What we’ve learned

Five lessons from the Rugby Championship and Currie Cup this past weekend, according to CRAIG LEWIS.

Springboks’ defence remains a problem
As a team in transition, the Boks were always likely to have some struggles on defence in this Rugby Championship, particularly after bidding farewell to renowned defensive guru Jacques Nienaber, who recently joined Munster. Chean Roux, who previously assisted the Boks as part of the Mobi Unit on refereeing and technical aspects, came in as his replacement, but it’s been clear that the team is still adjusting to the deployed defensive system. The Springboks have had just an 83.9% tackle success rate in the competition, while they missed 22 tackles against the All Blacks in Christchurch this past Saturday (while making 62). It’s been just one of the problem areas that has continued to haunt the Boks throughout the competition.

Boks need to change flyhalf
Pat Lambie started the Test season as the Springboks’ first-choice pivot, but a serious concussion suffered in the opening encounter of the year opened the door for Elton Jantjies to claim the No 10 jersey. Considering that Jantjies had been arguably the form South African flyhalf throughout Super Rugby, many expected the transition to the Test arena to be a seamless one.  However, it’s been obvious that Jantjies has struggled to adjust to the Boks' different style of play, with his game management, defence, decision-making and kicking lacking any real consistency. Jantjies particularly had a forgettable day against the All Blacks on Saturday, and Allister Coetzee will now surely need to consider a change at 10 for the home Tests in Pretoria and Durban. Pat Lambie made his return from concussion against the EP Kings on Saturday, and it now remains to be seen whether he will be brought straight back into the Bok setup.

Springboks-All Blacks rivalry under threat
Under Heyneke Meyer, the Boks lost seven of their eight Tests against the All Blacks between 2012 and 2015. On Saturday, the Springboks’ regression since the two teams last met in last year's World Cup semi-final was emphatically underlined as South Africa suffered their heaviest defeat (41-13) since 2011. The scoreline aptly reflects just how much now separates these two teams that for so long have been regarded as the greatest of rivals. While the All Blacks deserve full credit for the manner in which they have taken their game to the next level over recent years, it's also painfully evident that the Boks remain in freefall. New Zealand have now already secured this year’s Rugby Championship title, and when the two teams meet in Durban on 8 October, the Boks will only have pride to play for. It’s a dead rubber that the Kiwis would still be expected to win, while condemning the Boks to another defeat at the hands of their traditional rivals, who are now just in a completely different class.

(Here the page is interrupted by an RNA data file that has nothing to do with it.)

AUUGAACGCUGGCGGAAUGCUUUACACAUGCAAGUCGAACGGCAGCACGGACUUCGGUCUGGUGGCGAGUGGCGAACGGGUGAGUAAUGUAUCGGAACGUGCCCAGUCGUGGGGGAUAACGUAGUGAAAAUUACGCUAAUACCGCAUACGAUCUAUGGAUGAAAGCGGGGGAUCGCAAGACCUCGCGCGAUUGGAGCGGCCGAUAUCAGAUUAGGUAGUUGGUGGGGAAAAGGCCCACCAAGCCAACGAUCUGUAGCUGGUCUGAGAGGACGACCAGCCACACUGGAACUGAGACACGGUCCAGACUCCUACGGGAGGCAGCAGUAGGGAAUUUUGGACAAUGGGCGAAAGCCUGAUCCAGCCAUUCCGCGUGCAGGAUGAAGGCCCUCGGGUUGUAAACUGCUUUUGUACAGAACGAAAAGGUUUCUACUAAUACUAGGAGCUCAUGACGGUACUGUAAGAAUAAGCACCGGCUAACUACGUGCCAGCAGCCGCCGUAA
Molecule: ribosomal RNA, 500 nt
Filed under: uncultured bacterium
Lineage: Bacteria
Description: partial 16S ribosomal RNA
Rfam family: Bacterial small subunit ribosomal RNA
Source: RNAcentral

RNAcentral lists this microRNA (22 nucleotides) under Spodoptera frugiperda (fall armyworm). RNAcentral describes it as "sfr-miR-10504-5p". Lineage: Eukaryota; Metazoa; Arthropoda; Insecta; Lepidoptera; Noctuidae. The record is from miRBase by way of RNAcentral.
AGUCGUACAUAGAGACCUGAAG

Wallabies have bounced back well
After finishing as runners-up at last year’s World Cup, Australia suffered a sequence of five straight defeats as they lost 3-0 to England in June and then endured back-to-back losses against the All Blacks at the start of the Rugby Championship. It led to a considerable outcry Down Under, with coach Michael Cheika coming under increasing pressure. Nevertheless, the Wallabies found a way to finally end their win drought when they overcame the Boks in Brisbane, while they then produced undoubtedly their performance of the year to power past the Pumas in Perth this past Saturday. In particular, the Wallabies’ defence was outstanding as they were forced to make 143 tackles to 54, but still managed to score five tries to two. It demonstrated their ability to shore up some problem areas, while now putting themselves on track to finish in second spot in the Rugby Championship.

No stopping the Cheetahs
There is increasingly reason to believe that the Cheetahs could repeat the Lions’ feat of going through the entire Currie Cup season undefeated on their way to the domestic title. On Friday, the Bloemfontein-based side impressively overturned an 18-point deficit to tame the Lions on their way to a sixth successive win of the season that looks set to ensure they finish at the top of the Premier Division standings. With the Cheetahs finishing their campaign with games against the Pumas and Griquas, they should certainly be expected to secure the rights to home-ground advantage throughout the playoffs. There is no doubt that the Cheetahs will be extremely difficult to beat on their home turf, and the signs are there to suggest they could go through the entire season undefeated.

Photo: Anthony Au-Yeung/Getty Images

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